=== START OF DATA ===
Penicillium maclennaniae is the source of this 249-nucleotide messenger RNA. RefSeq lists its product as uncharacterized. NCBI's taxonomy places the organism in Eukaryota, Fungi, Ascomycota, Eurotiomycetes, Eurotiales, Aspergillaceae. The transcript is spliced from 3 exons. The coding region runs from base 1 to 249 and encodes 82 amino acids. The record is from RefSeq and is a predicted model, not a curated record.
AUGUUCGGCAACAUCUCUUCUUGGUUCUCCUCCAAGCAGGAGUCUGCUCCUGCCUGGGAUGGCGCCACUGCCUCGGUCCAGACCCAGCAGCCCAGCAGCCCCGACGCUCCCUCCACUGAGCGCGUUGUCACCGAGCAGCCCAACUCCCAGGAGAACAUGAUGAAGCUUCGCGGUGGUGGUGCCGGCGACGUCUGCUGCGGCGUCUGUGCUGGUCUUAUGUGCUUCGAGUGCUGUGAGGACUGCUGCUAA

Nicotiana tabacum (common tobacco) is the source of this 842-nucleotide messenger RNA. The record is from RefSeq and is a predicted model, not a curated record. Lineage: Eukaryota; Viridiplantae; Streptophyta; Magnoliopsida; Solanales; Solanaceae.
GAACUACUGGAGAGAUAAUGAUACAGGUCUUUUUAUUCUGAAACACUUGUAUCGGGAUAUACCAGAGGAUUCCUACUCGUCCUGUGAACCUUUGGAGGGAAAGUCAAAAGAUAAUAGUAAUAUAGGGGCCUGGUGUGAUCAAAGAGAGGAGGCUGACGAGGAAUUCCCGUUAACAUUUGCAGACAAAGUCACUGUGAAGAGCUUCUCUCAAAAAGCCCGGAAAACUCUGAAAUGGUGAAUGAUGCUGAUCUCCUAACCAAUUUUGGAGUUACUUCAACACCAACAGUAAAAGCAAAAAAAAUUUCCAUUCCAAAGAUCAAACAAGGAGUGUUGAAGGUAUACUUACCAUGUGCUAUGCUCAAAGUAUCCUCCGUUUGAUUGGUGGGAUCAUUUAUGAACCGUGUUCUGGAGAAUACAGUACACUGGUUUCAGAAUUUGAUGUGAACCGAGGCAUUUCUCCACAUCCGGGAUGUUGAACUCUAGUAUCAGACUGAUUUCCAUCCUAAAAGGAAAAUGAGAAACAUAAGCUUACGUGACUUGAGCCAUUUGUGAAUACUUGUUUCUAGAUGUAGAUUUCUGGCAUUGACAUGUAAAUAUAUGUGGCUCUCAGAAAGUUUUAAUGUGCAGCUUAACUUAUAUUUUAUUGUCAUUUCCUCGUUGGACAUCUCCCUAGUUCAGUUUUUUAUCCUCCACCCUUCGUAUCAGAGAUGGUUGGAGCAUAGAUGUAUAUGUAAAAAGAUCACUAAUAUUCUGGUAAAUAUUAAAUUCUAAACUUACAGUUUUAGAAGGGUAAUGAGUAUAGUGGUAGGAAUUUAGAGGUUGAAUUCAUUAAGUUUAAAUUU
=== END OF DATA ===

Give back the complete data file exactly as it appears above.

Penicillium maclennaniae is the source of this 249-nucleotide messenger RNA. RefSeq lists its product as uncharacterized. NCBI's taxonomy places the organism in Eukaryota, Fungi, Ascomycota, Eurotiomycetes, Eurotiales, Aspergillaceae. The transcript is spliced from 3 exons. The coding region runs from base 1 to 249 and encodes 82 amino acids. The record is from RefSeq and is a predicted model, not a curated record.
AUGUUCGGCAACAUCUCUUCUUGGUUCUCCUCCAAGCAGGAGUCUGCUCCUGCCUGGGAUGGCGCCACUGCCUCGGUCCAGACCCAGCAGCCCAGCAGCCCCGACGCUCCCUCCACUGAGCGCGUUGUCACCGAGCAGCCCAACUCCCAGGAGAACAUGAUGAAGCUUCGCGGUGGUGGUGCCGGCGACGUCUGCUGCGGCGUCUGUGCUGGUCUUAUGUGCUUCGAGUGCUGUGAGGACUGCUGCUAA

Nicotiana tabacum (common tobacco) is the source of this 842-nucleotide messenger RNA. The record is from RefSeq and is a predicted model, not a curated record. Lineage: Eukaryota; Viridiplantae; Streptophyta; Magnoliopsida; Solanales; Solanaceae.
GAACUACUGGAGAGAUAAUGAUACAGGUCUUUUUAUUCUGAAACACUUGUAUCGGGAUAUACCAGAGGAUUCCUACUCGUCCUGUGAACCUUUGGAGGGAAAGUCAAAAGAUAAUAGUAAUAUAGGGGCCUGGUGUGAUCAAAGAGAGGAGGCUGACGAGGAAUUCCCGUUAACAUUUGCAGACAAAGUCACUGUGAAGAGCUUCUCUCAAAAAGCCCGGAAAACUCUGAAAUGGUGAAUGAUGCUGAUCUCCUAACCAAUUUUGGAGUUACUUCAACACCAACAGUAAAAGCAAAAAAAAUUUCCAUUCCAAAGAUCAAACAAGGAGUGUUGAAGGUAUACUUACCAUGUGCUAUGCUCAAAGUAUCCUCCGUUUGAUUGGUGGGAUCAUUUAUGAACCGUGUUCUGGAGAAUACAGUACACUGGUUUCAGAAUUUGAUGUGAACCGAGGCAUUUCUCCACAUCCGGGAUGUUGAACUCUAGUAUCAGACUGAUUUCCAUCCUAAAAGGAAAAUGAGAAACAUAAGCUUACGUGACUUGAGCCAUUUGUGAAUACUUGUUUCUAGAUGUAGAUUUCUGGCAUUGACAUGUAAAUAUAUGUGGCUCUCAGAAAGUUUUAAUGUGCAGCUUAACUUAUAUUUUAUUGUCAUUUCCUCGUUGGACAUCUCCCUAGUUCAGUUUUUUAUCCUCCACCCUUCGUAUCAGAGAUGGUUGGAGCAUAGAUGUAUAUGUAAAAAGAUCACUAAUAUUCUGGUAAAUAUUAAAUUCUAAACUUACAGUUUUAGAAGGGUAAUGAGUAUAGUGGUAGGAAUUUAGAGGUUGAAUUCAUUAAGUUUAAAUUU